Henry Flipper became the first Black to graduate from West Point in 1877. He was later courtmartialed for mishandling company funds. He was later acquitted, but dismissed from the army anyway

Henry Ossian Flipper's name is etched in the annals of American military history as the first African-American graduate of the United States Military Academy at West Point in 1877. This achievement, however monumental, is just one facet of a life filled with triumphs and tribulations, reflecting the racial landscape of the United States during the late 19th century.
Flipper was born in 1856 in Thomasville, Georgia, during an era when the institution of slavery was deeply entrenched. His early life saw the tides of change as he was emancipated following the Civil War. Recognizing the value of education, he attended several institutions, including Atlanta University, before being nominated to West Point.
While West Point has a history of molding military leaders, Flipper's tenure was markedly different due to his racial background. Isolated from his white classmates, he navigated his years at the academy without the camaraderie that many of his peers shared. Yet, his determination saw him excel academically and in military tactics, culminating in his graduation.
Post-graduation, the U.S. Army commissioned Flipper as a second lieutenant, and he was assigned to the 10th Cavalry — one of the renowned "Buffalo Soldier" regiments. His service in the Southwest was multifaceted, where he participated in the Apache Wars and took on crucial roles in surveying and construction.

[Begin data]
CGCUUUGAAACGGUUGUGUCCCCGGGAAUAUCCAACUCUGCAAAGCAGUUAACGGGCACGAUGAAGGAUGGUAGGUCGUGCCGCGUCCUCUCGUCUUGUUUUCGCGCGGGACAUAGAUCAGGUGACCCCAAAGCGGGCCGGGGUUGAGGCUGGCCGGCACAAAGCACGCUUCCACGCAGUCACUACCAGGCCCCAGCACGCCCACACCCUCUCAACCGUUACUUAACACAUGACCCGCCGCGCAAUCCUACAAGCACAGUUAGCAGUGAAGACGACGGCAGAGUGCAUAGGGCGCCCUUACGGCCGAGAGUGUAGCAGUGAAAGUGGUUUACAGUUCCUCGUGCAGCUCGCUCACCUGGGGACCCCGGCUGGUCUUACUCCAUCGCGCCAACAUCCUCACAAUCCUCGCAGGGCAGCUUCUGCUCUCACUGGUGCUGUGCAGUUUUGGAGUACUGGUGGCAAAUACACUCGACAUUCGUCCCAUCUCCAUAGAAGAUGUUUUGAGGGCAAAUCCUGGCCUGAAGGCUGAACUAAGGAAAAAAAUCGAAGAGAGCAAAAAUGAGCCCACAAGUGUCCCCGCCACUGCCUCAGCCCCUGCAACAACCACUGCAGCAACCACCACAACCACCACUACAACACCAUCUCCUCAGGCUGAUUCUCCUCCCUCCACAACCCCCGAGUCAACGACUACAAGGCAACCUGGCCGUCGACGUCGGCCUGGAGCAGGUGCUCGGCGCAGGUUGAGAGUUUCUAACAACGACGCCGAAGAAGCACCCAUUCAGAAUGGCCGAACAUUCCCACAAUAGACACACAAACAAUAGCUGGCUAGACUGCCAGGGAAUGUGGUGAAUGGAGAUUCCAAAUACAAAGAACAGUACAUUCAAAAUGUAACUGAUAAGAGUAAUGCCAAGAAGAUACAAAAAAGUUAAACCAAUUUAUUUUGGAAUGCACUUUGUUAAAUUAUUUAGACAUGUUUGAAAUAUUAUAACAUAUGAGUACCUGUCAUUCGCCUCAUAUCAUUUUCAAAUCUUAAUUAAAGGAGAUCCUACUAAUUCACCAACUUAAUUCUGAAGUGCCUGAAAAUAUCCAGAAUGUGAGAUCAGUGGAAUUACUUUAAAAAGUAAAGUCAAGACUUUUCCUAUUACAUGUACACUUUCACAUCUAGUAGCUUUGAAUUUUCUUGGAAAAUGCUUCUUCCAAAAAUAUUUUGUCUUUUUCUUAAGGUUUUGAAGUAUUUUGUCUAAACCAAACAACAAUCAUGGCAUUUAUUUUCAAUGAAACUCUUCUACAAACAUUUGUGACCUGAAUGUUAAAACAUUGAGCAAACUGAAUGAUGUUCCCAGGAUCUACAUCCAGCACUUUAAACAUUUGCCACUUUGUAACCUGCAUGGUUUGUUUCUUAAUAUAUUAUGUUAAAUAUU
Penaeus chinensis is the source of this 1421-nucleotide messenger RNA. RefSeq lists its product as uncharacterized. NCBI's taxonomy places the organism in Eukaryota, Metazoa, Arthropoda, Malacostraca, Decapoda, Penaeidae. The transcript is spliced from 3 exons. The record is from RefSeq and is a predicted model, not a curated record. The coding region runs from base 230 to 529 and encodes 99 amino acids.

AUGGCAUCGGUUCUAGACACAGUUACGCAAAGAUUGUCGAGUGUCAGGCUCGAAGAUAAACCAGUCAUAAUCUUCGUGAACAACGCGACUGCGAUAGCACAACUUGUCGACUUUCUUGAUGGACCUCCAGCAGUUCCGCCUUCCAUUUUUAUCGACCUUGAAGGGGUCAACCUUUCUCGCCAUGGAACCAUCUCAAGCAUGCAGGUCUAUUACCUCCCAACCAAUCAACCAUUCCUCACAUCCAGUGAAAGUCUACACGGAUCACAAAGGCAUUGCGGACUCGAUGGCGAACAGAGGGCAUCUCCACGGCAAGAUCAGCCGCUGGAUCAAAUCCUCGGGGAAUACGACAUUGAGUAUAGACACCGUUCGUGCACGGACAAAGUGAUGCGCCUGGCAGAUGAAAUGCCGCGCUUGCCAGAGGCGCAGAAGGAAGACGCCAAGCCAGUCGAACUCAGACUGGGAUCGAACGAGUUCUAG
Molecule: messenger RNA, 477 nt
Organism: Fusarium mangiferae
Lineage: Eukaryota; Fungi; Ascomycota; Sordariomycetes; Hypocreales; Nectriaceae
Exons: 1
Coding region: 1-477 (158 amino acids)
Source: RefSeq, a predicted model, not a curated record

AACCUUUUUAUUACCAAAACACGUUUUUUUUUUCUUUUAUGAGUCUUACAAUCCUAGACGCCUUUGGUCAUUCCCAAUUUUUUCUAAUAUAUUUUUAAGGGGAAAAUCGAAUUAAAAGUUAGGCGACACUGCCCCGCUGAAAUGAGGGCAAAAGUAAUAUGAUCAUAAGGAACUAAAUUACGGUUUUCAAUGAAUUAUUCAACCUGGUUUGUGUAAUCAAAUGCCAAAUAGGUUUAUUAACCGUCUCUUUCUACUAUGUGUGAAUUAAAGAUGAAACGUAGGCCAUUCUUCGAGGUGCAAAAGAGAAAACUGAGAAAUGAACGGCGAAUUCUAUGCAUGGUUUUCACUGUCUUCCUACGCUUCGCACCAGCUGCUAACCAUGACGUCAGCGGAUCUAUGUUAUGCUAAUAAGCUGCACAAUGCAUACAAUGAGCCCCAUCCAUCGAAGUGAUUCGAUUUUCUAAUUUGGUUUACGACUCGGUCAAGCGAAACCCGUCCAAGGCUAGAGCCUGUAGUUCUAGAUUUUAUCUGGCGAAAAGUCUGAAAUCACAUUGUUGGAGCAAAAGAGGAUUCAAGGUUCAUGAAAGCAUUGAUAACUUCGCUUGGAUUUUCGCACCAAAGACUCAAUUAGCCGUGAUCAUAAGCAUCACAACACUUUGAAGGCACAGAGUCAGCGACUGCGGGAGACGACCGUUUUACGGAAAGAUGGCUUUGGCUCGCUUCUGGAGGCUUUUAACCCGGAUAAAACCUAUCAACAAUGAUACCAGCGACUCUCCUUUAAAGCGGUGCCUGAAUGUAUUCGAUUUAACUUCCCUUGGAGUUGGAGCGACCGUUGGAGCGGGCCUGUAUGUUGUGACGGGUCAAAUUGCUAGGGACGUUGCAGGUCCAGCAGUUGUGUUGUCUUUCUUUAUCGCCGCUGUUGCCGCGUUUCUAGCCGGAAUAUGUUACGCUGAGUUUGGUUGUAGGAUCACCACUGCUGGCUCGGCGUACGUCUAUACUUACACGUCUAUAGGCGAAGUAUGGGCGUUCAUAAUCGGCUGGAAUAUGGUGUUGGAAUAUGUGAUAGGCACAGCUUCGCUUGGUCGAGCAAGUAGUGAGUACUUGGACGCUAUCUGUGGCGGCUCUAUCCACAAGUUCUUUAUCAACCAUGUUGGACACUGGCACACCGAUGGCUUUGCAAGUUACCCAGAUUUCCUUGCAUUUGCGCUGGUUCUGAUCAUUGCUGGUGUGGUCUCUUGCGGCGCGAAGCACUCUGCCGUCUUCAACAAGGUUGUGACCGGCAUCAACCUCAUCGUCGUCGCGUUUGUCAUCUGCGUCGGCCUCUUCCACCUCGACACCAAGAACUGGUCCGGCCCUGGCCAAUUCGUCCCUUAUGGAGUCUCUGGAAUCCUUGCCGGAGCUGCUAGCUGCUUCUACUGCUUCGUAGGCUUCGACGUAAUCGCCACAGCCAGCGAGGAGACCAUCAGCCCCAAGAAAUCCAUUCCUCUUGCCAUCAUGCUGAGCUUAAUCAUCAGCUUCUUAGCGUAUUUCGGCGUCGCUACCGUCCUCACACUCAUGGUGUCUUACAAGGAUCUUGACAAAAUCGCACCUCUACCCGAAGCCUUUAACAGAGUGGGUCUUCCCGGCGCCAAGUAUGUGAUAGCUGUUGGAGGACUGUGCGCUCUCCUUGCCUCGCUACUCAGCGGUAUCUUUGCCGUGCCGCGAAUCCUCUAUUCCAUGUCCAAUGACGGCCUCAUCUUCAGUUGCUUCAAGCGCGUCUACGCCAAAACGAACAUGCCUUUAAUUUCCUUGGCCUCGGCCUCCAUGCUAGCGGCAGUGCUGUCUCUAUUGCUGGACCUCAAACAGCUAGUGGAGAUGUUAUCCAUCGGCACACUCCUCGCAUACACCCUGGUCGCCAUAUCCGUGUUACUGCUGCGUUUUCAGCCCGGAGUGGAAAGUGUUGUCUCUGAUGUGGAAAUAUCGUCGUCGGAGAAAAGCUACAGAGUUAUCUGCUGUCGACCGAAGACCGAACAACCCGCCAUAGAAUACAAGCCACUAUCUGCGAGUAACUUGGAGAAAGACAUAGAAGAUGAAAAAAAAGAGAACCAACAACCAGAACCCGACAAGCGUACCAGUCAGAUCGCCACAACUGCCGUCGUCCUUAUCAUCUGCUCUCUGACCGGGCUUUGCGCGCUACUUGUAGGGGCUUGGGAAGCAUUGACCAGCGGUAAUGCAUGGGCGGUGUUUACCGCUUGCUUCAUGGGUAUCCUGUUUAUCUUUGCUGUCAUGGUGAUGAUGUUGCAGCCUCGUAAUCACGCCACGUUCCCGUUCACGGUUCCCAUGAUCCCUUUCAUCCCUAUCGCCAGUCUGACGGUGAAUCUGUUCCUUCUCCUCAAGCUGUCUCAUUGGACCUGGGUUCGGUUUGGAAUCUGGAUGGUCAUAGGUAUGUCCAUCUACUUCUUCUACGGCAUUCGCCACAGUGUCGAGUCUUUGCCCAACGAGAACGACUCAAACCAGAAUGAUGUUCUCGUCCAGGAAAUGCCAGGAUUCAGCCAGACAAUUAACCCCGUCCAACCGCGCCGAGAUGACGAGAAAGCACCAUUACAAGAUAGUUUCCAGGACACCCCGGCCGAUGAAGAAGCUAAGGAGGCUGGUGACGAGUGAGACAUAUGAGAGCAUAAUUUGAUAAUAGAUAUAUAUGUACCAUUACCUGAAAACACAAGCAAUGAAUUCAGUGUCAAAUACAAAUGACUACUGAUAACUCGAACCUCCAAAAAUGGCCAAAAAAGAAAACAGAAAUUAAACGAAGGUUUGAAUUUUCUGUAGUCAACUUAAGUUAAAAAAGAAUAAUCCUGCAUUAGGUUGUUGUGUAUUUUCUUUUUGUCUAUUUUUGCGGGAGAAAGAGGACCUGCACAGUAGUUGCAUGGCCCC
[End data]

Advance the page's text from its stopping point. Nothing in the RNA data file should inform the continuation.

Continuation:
However, a cloud loomed over Flipper's promising military career. Accusations of embezzlement surfaced while he was serving as an acting assistant quartermaster. The subsequent court-martial in 1881 cleared him of the embezzlement charges, but he was found guilty of "conduct unbecoming an officer and a gentleman." This verdict led to his discharge from the army in 1882.
Flipper's post-military life saw him engage in diverse roles. He served as a civil engineer, translator, and historian, predominantly in the Southwest and Mexico. His expertise was particularly noted in the fields of surveying and the development of water resources.
The legacy of Flipper's life and career underwent a significant transformation in the 20th century. Decades after his passing, a posthumous honorary discharge was granted in 1976. Further recognition came in 1999 when President Bill Clinton issued a pardon, restoring Flipper's military record. This acknowledgment extended to West Point itself, which instituted the Henry O. Flipper Award, recognizing a graduating cadet exemplifying "leadership, self-discipline, and perseverance."